With the tax-funded NHS there is the option – in theory at least – of raising more funds and some of that could be spent on medicines. That brings into play all sorts of political decisions, influenced by the desire to win votes, the state of the economy and the interaction with taxation.

Has the PPRS kept the bill affordable?

It cannot be disputed that the PPRS has made a major contribution to affordability: the NHS branded medicines bill would have been, by definition, over £1.87 billion higher without the agreement, assuming no other changes. It is also true that the PPRS has helped to keep the share of NHS funding for medicines stable, at around 12%, which is about the same from 2010/11 to 2015/16. However, it has not addressed NHSE affordability concerns successfully.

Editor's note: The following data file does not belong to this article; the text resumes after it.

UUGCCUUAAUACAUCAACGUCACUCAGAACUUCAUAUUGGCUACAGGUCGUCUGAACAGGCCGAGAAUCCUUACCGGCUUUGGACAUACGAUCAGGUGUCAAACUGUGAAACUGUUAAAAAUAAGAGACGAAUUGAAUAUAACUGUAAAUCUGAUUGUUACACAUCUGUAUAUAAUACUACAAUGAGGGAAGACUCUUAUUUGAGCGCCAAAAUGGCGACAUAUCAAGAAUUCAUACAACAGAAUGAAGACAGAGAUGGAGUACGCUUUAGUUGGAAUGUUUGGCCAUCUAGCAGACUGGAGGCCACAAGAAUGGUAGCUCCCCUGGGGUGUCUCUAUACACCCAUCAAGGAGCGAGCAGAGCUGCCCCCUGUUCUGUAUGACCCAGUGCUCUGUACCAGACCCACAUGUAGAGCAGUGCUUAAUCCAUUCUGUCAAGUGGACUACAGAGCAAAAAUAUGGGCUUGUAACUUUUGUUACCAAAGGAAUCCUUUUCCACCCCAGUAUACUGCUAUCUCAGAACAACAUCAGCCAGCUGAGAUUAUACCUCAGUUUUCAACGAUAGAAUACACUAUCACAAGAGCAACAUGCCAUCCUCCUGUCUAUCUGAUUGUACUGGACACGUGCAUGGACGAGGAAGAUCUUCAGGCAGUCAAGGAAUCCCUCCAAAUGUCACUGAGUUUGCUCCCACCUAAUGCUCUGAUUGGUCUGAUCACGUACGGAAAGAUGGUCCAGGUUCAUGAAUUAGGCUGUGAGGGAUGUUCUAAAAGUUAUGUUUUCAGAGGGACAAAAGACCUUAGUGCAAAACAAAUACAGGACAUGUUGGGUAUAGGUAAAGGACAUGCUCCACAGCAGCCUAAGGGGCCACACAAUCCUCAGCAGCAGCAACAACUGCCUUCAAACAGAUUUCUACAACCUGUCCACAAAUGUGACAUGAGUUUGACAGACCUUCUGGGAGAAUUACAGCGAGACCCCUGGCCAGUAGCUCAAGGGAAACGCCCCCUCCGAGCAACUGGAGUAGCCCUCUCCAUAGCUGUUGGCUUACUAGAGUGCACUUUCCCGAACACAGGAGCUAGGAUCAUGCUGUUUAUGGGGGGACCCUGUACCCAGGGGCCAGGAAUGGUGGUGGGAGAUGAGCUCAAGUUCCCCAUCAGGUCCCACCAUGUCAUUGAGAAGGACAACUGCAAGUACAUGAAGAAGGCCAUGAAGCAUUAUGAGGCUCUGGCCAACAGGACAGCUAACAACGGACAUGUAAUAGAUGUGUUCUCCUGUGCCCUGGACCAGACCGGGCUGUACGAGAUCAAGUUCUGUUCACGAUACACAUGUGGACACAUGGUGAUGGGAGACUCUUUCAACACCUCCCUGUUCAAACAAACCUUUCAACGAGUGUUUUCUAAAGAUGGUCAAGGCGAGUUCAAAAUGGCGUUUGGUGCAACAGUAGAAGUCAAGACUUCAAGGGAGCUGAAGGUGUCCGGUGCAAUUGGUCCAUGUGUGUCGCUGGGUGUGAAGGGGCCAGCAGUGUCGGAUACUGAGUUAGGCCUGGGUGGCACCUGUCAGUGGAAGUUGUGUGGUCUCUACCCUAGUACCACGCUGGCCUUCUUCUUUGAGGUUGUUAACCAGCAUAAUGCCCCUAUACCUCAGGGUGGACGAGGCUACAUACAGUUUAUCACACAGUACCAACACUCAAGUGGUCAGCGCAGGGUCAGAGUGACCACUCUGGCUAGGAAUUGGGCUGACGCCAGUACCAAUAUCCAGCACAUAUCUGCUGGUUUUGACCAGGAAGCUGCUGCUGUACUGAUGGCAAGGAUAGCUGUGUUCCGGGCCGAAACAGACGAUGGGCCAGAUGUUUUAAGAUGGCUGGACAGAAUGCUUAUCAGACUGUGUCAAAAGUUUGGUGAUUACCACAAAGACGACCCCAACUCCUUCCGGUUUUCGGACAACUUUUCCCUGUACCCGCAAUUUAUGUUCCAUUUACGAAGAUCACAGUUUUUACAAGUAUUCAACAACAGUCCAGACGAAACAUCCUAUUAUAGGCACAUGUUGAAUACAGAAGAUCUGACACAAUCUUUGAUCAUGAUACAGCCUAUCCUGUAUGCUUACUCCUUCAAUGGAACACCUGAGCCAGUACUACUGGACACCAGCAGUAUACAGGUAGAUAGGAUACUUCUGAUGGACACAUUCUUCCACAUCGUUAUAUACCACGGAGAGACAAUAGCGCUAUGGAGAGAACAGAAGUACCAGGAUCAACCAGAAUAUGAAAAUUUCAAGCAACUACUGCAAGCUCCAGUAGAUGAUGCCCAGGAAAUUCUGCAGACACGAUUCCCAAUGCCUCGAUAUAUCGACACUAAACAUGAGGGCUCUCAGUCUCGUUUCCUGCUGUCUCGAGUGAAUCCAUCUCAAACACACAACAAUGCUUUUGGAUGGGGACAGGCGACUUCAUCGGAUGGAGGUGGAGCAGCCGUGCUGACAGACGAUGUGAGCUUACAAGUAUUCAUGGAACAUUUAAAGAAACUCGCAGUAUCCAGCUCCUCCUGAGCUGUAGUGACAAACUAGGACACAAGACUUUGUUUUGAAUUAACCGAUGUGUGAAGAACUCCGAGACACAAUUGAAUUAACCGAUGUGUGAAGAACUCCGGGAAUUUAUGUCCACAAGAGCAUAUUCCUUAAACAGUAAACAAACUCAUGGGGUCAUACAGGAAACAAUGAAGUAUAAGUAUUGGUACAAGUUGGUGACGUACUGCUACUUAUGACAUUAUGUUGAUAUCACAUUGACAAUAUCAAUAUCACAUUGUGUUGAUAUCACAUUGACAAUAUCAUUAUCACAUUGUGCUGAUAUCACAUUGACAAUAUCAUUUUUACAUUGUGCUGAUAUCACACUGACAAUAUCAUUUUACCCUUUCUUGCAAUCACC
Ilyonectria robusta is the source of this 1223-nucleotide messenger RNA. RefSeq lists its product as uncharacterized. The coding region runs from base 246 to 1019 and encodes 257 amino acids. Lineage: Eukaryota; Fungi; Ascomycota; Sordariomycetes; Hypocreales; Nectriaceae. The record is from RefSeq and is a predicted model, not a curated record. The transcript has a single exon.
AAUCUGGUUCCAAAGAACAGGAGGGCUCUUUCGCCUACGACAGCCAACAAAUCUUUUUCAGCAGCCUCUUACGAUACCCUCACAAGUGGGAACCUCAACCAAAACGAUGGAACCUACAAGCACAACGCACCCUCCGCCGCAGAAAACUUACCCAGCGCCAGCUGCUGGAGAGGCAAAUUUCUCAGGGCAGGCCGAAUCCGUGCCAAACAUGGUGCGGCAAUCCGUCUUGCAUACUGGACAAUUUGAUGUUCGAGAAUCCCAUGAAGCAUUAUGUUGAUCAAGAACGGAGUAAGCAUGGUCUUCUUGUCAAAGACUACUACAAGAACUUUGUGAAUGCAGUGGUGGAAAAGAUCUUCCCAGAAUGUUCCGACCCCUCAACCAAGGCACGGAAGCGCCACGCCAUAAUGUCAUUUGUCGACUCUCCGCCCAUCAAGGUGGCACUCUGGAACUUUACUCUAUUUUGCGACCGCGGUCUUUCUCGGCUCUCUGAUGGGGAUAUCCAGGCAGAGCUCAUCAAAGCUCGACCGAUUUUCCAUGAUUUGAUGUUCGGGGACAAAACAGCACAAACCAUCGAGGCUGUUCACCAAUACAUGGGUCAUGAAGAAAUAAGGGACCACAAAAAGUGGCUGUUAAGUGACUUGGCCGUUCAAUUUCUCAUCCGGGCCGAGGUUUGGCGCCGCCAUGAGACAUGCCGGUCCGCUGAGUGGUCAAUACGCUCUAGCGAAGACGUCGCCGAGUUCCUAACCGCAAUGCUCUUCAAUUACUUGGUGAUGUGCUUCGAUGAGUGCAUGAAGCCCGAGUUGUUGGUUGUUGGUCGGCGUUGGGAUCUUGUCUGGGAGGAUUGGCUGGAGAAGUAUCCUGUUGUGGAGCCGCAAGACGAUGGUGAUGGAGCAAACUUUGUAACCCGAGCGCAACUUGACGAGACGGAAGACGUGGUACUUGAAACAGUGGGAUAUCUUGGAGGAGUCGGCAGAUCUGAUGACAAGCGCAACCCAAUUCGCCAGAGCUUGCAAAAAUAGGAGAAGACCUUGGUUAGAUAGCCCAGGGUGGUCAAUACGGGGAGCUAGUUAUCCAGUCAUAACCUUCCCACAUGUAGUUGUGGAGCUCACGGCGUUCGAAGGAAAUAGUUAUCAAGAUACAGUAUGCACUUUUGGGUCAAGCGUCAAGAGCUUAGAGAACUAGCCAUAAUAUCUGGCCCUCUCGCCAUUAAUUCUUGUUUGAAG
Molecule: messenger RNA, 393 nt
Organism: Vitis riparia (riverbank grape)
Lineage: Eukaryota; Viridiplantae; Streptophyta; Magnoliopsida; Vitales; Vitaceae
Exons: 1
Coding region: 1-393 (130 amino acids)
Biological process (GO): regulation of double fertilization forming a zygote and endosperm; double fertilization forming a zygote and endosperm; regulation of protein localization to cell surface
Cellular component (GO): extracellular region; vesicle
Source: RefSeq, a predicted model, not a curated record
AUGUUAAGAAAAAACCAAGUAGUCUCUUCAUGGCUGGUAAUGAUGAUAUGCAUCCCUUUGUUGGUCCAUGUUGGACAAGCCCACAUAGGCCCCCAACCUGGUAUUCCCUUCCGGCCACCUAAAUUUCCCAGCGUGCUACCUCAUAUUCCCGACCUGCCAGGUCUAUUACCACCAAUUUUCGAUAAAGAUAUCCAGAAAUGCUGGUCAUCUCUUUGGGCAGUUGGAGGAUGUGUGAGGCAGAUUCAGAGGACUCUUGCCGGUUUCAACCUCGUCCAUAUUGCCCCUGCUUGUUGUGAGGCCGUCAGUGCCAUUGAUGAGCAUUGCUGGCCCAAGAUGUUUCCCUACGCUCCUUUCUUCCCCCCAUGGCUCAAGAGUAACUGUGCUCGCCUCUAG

So, it depends on your perspective whether the PPRS has kept the branded medicines bill affordable: glass half full or half empty. Inevitably, though, as the successor to the 2014 PPRS is drawn up, affordability, and how the PPRS can contribute towards that (hazy) goal, will be in the sights of the DH, with NHSE paying close attention. Or will there be a break from the past, and NHSE could be part of the negotiations?

Read the first part of this five-part series on the PPRS:

Unstable and unpredictable? The reality of the PPRS

About the author:

Leela Barham is an independent health economist and policy expert who has worked with all stakeholders across the health care system, both in the UK and internationally. Leela works on a variety of issues: from the health and wellbeing of NHS staff to pricing and reimbursement of medicines and policies such as the Cancer Drugs Fund and Patient Access Schemes. Find out more here and contact Leela on leels@btinternet.com.